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Cherished Teddies denouement

After much investigating of options by Mom, my uncle's honorary son made a deal with the buyers of the house (which he also arranged) to throw in a few grand extra and keep (most of) the Cherished Teddies right where they are, presumably to sell off at market rates at their leisure.

My uncle's original intention was to leave the entire collection to "the nieces." I haven't asked the other two about it, but I was feeling slightly guilty about rejecting the notion, despite having no practical way to deal with over 900 adorable figurines. However, I am happy to accept half a dozen that either share my name or represent my interests.

So, in the end, everyone is happy. :-)


( 8 comments — Leave a comment )
Jun. 15th, 2016 05:53 am (UTC)
I think a lot about possessions these days.

A dear friend, who was in fandom, died suddenly just before the holidays. She was single, and her parents had no interest in the fannish collections that she'd lovingly amassed over the years. (Nothing like 900 figurines, though!) So a friend rescued a bunch of her stuff and then had us all over to choose things to remember her by. (In NYC, landlords will be perfectly happy to leave your whole life by the curb for sanitation to take away, so they can empty out the apartment and get it back on the market.) It felt good, like it was honoring her, but also sad to see the things she'd cared so much about just up for grabs.

My parents are in their 80s, should probably give up the house, but are lumbered by their history of being born in the 30s, with the shadow of the Depression and WWII over them -- they're not hoarders, but they have trouble discarding things. And my aunt, who lives uptown from me, has actually crossed over to being a hoarder -- she has decades' worth of bills that she's paid, in a one-bedroom apartment.

And my husband and I have no children; I have no living siblings and he has one in England, who's unmarried, so who will end up going through our *stuff* or will it end up at the curb? I won't be able to retire until I'm well into my 70s, but when I turn 70, I am going to seriously start deaccessioning possessions -- giving, donating, selling, etc.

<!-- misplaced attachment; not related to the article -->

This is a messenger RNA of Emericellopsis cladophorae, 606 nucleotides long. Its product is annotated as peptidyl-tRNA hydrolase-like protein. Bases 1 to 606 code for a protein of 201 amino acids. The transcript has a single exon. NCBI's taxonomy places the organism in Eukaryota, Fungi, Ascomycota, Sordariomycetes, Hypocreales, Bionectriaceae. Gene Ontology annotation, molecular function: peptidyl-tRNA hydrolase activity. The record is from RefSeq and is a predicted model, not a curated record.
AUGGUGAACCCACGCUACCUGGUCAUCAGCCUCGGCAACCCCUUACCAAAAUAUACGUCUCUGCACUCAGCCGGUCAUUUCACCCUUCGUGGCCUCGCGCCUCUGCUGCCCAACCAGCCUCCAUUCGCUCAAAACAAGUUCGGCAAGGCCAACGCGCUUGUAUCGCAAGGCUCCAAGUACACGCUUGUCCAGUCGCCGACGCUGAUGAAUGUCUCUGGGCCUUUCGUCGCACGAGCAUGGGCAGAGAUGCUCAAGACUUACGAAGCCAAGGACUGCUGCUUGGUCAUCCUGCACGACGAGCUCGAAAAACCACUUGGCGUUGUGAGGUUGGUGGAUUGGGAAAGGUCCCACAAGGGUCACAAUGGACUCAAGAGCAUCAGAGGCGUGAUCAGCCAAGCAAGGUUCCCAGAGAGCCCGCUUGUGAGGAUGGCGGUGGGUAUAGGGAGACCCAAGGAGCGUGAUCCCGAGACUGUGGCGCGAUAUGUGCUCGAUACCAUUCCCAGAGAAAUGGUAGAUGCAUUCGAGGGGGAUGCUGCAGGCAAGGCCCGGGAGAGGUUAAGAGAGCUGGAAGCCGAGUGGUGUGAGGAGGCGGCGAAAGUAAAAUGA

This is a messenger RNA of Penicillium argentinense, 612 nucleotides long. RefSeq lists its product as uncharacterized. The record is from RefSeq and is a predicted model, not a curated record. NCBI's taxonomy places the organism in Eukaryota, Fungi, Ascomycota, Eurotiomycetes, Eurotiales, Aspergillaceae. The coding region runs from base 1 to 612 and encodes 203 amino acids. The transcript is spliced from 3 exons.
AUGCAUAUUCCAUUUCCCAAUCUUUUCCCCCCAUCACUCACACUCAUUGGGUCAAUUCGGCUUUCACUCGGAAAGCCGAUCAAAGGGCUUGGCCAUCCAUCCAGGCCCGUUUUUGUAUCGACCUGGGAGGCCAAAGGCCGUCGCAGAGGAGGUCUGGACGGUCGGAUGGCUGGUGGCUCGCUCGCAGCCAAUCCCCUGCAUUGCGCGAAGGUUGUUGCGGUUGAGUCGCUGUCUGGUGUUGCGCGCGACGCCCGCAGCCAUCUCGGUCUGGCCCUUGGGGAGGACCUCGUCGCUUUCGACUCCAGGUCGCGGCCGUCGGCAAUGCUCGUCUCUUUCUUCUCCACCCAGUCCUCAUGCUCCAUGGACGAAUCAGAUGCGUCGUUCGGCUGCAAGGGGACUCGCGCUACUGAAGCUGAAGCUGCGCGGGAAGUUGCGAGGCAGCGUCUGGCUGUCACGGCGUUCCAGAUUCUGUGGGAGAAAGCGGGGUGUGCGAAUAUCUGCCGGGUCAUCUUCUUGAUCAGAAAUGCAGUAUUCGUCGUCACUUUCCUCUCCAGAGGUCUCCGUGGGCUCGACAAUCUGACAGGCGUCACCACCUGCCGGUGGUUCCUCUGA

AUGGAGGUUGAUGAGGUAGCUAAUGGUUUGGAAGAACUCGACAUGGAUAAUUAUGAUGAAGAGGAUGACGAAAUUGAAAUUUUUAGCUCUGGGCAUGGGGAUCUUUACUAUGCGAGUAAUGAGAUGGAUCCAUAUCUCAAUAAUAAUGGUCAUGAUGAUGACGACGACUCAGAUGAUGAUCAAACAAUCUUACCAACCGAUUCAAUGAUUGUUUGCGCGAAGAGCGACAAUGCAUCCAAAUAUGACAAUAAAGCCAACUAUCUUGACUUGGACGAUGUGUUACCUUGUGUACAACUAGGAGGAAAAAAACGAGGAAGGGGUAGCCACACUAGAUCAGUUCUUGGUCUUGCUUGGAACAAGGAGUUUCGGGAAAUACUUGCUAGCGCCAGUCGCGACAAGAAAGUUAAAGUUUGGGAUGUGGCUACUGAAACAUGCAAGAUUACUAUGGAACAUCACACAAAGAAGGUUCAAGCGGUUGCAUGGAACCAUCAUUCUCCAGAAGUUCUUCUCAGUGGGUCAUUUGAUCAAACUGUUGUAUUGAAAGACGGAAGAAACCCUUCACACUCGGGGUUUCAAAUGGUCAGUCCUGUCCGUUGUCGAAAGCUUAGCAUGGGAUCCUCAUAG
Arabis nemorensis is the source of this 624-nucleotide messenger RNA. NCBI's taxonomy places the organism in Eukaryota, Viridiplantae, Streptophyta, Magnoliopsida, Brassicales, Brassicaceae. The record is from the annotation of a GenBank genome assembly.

Jun. 15th, 2016 10:05 am (UTC)
I'm so sorry about your friend. It's so hard in fandom, when family has no interest in the parts of someone's life that we know so well and understand how they value.

It's good to think about, and to plan. My uncle is 73, and I think the serious inventorying he was doing of the Teddies (of which there are actually 2800 -- 900 was what my two girl cousins and I would have been dealing with each!) was the beginning of making a plan. It didn't happen until then because, even though he's been "retired" in the sense of no longer running a parish for several years, he was still teaching several university classes and volunteering as an airport chaplain right up until health issues forced him to stop.

So what I'm taking away from this is the importance of having a plan in place that we'll be able to easily set into motion to take care of everything with minimal effort, whether on my part or that of whoever gets stuck with the job. It's definitely percolating in my head.
Jun. 15th, 2016 02:10 pm (UTC)
They wished she'd been someone less geeky. They came to the giveaway party, and were quite touched by her friends' reaction. (The burial had been private so none of us were there.) But they definitely didn't get her interests, at all. I feel lucky -- my dad and I used to watch Star Trek together, when I was growing up, so he got it, and my mum-in-law was in Babylon 5 fandom with my husband, though she didn't go to the cons.

2800! I cannot imagine owning that much of anything . . . except books, where I do have about 1500, but definitely want to decrease that by a bit . . . and I do NOT want them lying out on the curb two weeks after I die. Everything signed, unless I can't bear to part with it, goes on eBay the week I turn 70 . . .

Jun. 19th, 2016 06:58 pm (UTC)
Including the collection in the sale of the house sounds like a win for everybody: your family doesn't have to deal with Doing Something with the collection, and the buyers will, I hope, recoup their investment. There are many places in the Detroit area to sell vintage/antique/collectible stuff, and of course there's always eBay.

Jun. 19th, 2016 06:59 pm (UTC)
Exactly! It was a stroke of genius on Honorary Son's part.
Jun. 19th, 2016 07:07 pm (UTC)
It also sounds like the house has just the right buyers. If they're willing to take the Collection, they're the kind of people who will take good care of the house, eh?
Jun. 19th, 2016 07:13 pm (UTC)
Indeed! :-) I've forgotten the details of the explanation Mom gave, but evidently the mayor of River Rouge (or possibly Ecorse? He was running parishes in both concurrently at one point, and I'm blanking on which one she said) is involved somehow. I think she said he's buying it for a family member with kids who's been out of work, or something along those lines.
Jun. 19th, 2016 07:18 pm (UTC)
I know there are good people everywhere, but the people in Southeast Michigan seem especially generous to me. Or maybe the newspapers do an especially good job of reporting "people are good" stories. I've been seeing stories like this regularly in the Detroit Free Press.
( 8 comments — Leave a comment )


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